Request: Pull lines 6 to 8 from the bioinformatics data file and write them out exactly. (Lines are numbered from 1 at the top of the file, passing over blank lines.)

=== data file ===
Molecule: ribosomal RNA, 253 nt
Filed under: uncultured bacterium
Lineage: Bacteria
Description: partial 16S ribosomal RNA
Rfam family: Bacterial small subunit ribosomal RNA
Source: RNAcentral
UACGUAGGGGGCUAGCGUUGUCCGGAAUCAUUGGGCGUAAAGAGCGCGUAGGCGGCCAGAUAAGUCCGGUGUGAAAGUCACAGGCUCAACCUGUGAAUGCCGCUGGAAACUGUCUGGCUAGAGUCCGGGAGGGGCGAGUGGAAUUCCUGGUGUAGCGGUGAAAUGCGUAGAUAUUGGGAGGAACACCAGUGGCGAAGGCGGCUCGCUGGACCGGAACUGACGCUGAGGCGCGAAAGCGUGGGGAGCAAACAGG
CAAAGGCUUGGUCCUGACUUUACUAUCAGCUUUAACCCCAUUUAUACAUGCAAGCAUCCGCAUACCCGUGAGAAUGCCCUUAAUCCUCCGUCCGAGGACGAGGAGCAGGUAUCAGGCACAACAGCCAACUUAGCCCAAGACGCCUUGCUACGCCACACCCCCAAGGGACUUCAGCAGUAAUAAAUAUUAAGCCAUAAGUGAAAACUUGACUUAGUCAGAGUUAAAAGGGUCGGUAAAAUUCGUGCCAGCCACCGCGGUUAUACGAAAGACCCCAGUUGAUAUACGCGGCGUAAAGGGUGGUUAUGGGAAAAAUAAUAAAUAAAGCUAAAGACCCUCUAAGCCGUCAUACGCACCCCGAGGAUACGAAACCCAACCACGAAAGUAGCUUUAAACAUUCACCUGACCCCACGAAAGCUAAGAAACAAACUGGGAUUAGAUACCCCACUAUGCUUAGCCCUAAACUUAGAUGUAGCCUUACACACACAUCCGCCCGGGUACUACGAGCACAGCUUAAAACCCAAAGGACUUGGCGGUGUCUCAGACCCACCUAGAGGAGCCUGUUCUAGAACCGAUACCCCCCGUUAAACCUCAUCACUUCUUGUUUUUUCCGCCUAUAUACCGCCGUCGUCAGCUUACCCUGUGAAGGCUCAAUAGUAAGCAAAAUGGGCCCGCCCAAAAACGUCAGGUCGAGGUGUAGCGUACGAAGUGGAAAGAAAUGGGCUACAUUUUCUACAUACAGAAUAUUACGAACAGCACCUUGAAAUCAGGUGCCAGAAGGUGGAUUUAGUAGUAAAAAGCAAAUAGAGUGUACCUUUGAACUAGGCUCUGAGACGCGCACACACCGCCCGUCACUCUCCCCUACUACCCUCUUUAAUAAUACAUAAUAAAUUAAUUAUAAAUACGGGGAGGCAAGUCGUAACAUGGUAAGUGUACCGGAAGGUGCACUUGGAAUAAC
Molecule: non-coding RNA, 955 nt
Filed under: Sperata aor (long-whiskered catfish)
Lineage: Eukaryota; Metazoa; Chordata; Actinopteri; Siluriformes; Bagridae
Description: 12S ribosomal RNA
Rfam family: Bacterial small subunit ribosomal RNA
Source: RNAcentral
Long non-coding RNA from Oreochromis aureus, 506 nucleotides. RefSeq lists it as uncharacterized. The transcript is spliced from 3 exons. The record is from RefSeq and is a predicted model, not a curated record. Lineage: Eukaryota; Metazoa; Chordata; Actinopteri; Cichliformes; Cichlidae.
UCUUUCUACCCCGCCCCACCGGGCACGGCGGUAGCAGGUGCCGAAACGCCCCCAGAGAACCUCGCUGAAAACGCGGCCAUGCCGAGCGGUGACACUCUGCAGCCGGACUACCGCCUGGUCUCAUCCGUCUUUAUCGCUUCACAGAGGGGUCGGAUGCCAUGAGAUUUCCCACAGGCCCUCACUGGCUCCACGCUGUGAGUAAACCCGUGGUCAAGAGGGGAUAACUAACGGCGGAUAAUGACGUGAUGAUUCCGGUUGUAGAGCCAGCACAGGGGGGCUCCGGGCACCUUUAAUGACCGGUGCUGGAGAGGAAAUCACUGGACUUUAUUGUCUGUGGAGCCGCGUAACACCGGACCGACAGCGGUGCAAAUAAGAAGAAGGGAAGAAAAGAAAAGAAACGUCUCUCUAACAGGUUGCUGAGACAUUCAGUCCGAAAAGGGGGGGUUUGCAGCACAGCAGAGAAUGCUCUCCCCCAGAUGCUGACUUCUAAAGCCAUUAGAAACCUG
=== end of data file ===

Source: RNAcentral
UACGUAGGGGGCUAGCGUUGUCCGGAAUCAUUGGGCGUAAAGAGCGCGUAGGCGGCCAGAUAAGUCCGGUGUGAAAGUCACAGGCUCAACCUGUGAAUGCCGCUGGAAACUGUCUGGCUAGAGUCCGGGAGGGGCGAGUGGAAUUCCUGGUGUAGCGGUGAAAUGCGUAGAUAUUGGGAGGAACACCAGUGGCGAAGGCGGCUCGCUGGACCGGAACUGACGCUGAGGCGCGAAAGCGUGGGGAGCAAACAGG
CAAAGGCUUGGUCCUGACUUUACUAUCAGCUUUAACCCCAUUUAUACAUGCAAGCAUCCGCAUACCCGUGAGAAUGCCCUUAAUCCUCCGUCCGAGGACGAGGAGCAGGUAUCAGGCACAACAGCCAACUUAGCCCAAGACGCCUUGCUACGCCACACCCCCAAGGGACUUCAGCAGUAAUAAAUAUUAAGCCAUAAGUGAAAACUUGACUUAGUCAGAGUUAAAAGGGUCGGUAAAAUUCGUGCCAGCCACCGCGGUUAUACGAAAGACCCCAGUUGAUAUACGCGGCGUAAAGGGUGGUUAUGGGAAAAAUAAUAAAUAAAGCUAAAGACCCUCUAAGCCGUCAUACGCACCCCGAGGAUACGAAACCCAACCACGAAAGUAGCUUUAAACAUUCACCUGACCCCACGAAAGCUAAGAAACAAACUGGGAUUAGAUACCCCACUAUGCUUAGCCCUAAACUUAGAUGUAGCCUUACACACACAUCCGCCCGGGUACUACGAGCACAGCUUAAAACCCAAAGGACUUGGCGGUGUCUCAGACCCACCUAGAGGAGCCUGUUCUAGAACCGAUACCCCCCGUUAAACCUCAUCACUUCUUGUUUUUUCCGCCUAUAUACCGCCGUCGUCAGCUUACCCUGUGAAGGCUCAAUAGUAAGCAAAAUGGGCCCGCCCAAAAACGUCAGGUCGAGGUGUAGCGUACGAAGUGGAAAGAAAUGGGCUACAUUUUCUACAUACAGAAUAUUACGAACAGCACCUUGAAAUCAGGUGCCAGAAGGUGGAUUUAGUAGUAAAAAGCAAAUAGAGUGUACCUUUGAACUAGGCUCUGAGACGCGCACACACCGCCCGUCACUCUCCCCUACUACCCUCUUUAAUAAUACAUAAUAAAUUAAUUAUAAAUACGGGGAGGCAAGUCGUAACAUGGUAAGUGUACCGGAAGGUGCACUUGGAAUAAC